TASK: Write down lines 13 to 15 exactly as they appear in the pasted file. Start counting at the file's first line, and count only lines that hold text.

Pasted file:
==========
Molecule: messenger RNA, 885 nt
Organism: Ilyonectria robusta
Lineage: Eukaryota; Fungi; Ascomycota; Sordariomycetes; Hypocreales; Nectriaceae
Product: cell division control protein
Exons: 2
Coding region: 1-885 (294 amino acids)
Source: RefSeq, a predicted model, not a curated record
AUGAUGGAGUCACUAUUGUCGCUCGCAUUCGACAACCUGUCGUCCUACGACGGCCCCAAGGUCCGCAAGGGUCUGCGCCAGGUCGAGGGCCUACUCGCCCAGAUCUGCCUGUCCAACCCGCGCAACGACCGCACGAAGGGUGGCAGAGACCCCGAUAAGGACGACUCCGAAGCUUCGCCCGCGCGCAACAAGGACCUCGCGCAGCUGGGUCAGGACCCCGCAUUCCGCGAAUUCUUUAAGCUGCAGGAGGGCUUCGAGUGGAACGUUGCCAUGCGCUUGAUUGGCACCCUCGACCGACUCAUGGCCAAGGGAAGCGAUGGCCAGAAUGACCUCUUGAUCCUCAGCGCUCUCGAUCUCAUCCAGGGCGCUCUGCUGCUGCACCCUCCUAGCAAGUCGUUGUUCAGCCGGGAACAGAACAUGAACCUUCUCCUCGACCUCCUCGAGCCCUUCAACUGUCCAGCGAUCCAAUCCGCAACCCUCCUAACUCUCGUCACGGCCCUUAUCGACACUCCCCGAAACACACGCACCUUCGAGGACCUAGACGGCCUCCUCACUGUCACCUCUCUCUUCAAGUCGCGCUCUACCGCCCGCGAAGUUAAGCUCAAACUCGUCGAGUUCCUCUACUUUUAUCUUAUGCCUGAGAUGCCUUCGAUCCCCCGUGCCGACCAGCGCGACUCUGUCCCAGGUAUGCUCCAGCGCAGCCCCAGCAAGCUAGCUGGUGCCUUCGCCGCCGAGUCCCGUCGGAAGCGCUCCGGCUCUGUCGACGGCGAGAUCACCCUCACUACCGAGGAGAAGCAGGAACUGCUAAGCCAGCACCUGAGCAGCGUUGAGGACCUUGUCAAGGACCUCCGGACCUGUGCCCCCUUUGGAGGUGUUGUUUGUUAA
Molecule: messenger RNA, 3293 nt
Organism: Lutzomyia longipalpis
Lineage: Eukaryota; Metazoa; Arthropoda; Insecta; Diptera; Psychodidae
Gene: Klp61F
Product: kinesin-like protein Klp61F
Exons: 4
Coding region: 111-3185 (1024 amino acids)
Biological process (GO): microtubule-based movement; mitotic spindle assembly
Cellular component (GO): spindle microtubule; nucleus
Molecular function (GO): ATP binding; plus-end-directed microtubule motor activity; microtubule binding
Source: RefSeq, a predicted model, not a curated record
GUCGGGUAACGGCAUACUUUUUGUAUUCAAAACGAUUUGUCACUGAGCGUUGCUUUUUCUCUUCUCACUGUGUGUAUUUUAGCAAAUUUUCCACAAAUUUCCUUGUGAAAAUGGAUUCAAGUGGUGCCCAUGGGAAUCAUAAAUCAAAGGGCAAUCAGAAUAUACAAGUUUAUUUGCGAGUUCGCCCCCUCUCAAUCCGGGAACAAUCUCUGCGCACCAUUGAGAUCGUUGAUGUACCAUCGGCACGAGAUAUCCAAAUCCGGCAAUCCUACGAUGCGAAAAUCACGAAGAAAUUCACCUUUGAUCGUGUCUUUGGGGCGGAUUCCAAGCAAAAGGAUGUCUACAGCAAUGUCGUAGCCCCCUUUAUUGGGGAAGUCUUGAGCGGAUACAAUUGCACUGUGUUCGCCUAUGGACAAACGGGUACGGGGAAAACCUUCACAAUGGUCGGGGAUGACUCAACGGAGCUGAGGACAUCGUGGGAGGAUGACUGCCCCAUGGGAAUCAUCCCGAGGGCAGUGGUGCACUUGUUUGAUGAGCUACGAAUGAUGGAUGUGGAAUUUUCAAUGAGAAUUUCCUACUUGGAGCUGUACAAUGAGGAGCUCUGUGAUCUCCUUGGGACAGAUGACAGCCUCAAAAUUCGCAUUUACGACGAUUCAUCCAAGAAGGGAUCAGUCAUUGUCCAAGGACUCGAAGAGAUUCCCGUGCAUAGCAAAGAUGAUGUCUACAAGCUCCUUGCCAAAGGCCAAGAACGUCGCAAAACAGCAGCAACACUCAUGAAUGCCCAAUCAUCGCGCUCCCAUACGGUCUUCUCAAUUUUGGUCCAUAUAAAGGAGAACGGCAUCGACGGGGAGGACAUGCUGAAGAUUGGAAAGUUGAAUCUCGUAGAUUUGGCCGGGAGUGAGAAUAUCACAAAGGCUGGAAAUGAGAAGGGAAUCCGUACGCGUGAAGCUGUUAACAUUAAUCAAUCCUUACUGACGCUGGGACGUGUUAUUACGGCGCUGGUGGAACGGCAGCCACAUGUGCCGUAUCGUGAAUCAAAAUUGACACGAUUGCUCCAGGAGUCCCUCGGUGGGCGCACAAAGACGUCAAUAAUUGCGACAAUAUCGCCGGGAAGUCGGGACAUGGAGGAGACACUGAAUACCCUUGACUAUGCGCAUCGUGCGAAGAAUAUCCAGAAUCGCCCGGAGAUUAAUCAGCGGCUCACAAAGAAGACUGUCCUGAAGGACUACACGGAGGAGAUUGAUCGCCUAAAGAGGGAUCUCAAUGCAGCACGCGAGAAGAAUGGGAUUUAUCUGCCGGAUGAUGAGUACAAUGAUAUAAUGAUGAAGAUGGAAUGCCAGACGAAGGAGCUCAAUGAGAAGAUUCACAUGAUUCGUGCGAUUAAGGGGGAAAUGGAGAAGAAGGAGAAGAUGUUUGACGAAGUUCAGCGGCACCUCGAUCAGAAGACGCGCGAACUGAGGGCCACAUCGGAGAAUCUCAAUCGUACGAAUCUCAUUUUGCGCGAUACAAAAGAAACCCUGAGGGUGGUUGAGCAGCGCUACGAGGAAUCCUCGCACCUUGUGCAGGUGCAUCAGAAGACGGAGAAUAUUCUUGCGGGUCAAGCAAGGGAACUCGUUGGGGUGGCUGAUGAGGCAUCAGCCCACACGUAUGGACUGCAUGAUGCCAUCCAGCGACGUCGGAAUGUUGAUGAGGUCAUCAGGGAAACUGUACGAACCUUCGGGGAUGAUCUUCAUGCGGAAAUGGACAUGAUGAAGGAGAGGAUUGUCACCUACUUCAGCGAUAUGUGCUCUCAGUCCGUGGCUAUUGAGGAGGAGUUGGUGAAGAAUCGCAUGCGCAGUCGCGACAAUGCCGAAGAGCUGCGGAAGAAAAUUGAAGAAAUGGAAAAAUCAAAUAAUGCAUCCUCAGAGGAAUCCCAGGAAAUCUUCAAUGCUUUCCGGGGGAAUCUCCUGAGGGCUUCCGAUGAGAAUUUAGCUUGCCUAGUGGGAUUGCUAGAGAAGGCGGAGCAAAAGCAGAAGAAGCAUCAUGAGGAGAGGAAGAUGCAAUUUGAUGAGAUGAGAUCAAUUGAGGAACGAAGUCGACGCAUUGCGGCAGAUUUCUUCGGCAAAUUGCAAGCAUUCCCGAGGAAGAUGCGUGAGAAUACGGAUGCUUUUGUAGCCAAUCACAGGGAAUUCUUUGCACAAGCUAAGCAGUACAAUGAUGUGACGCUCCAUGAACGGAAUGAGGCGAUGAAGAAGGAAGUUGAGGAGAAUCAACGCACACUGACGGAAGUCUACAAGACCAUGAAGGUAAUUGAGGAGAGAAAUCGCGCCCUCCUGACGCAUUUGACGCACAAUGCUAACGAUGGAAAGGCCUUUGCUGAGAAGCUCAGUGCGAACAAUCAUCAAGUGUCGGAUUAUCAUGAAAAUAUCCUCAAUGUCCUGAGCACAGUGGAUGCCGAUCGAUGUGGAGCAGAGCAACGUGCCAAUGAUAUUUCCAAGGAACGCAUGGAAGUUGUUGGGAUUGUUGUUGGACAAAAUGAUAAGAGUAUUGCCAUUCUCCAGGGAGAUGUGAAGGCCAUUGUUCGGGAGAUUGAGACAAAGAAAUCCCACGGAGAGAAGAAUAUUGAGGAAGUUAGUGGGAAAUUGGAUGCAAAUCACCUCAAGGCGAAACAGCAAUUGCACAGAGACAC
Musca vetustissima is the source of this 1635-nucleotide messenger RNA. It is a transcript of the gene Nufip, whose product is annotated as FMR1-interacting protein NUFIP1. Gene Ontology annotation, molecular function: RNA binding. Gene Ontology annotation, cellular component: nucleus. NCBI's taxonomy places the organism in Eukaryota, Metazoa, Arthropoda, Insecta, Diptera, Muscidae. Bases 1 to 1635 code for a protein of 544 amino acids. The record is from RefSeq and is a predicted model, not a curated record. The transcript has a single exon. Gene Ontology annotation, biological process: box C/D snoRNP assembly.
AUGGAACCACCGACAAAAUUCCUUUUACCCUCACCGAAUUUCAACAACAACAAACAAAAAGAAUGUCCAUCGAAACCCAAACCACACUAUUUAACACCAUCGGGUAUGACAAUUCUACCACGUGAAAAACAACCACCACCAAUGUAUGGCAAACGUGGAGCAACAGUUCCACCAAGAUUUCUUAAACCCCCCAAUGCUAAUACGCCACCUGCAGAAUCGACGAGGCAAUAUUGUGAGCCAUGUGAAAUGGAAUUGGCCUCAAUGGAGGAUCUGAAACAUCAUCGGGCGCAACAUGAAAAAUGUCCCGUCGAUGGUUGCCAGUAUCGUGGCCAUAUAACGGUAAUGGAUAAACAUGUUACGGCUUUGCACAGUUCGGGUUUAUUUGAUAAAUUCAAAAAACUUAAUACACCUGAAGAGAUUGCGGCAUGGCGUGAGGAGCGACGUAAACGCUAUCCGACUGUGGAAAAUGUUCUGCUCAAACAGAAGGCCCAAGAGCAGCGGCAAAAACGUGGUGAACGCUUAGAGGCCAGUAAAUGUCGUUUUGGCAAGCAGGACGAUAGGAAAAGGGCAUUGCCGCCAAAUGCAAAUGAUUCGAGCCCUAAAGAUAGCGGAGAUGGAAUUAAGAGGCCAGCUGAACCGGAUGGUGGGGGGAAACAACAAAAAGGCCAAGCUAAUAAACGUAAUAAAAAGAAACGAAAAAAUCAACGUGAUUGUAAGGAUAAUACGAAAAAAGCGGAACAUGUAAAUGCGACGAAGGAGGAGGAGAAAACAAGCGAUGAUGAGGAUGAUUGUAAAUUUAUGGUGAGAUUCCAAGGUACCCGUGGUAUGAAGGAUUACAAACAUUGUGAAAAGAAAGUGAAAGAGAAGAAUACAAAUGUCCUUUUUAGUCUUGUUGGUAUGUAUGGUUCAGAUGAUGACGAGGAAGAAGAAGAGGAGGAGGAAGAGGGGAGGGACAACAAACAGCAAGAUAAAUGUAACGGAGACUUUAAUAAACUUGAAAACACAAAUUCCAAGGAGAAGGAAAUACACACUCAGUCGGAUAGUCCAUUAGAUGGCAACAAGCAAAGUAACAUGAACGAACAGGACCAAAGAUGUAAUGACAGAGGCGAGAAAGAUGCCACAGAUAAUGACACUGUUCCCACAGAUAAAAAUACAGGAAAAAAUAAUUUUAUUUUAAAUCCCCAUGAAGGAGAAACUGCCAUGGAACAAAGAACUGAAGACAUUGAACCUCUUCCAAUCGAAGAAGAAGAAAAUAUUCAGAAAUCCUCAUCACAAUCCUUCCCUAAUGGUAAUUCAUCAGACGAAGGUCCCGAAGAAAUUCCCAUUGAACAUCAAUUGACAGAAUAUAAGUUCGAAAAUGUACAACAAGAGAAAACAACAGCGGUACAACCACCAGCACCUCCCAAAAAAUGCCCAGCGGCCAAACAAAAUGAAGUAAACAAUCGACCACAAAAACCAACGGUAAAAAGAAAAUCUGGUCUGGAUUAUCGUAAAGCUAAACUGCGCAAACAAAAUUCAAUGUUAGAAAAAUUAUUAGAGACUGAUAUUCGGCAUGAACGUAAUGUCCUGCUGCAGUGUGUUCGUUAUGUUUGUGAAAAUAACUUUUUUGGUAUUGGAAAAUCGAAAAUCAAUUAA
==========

Product: kinesin-like protein Klp61F
Exons: 4
Coding region: 111-3185 (1024 amino acids)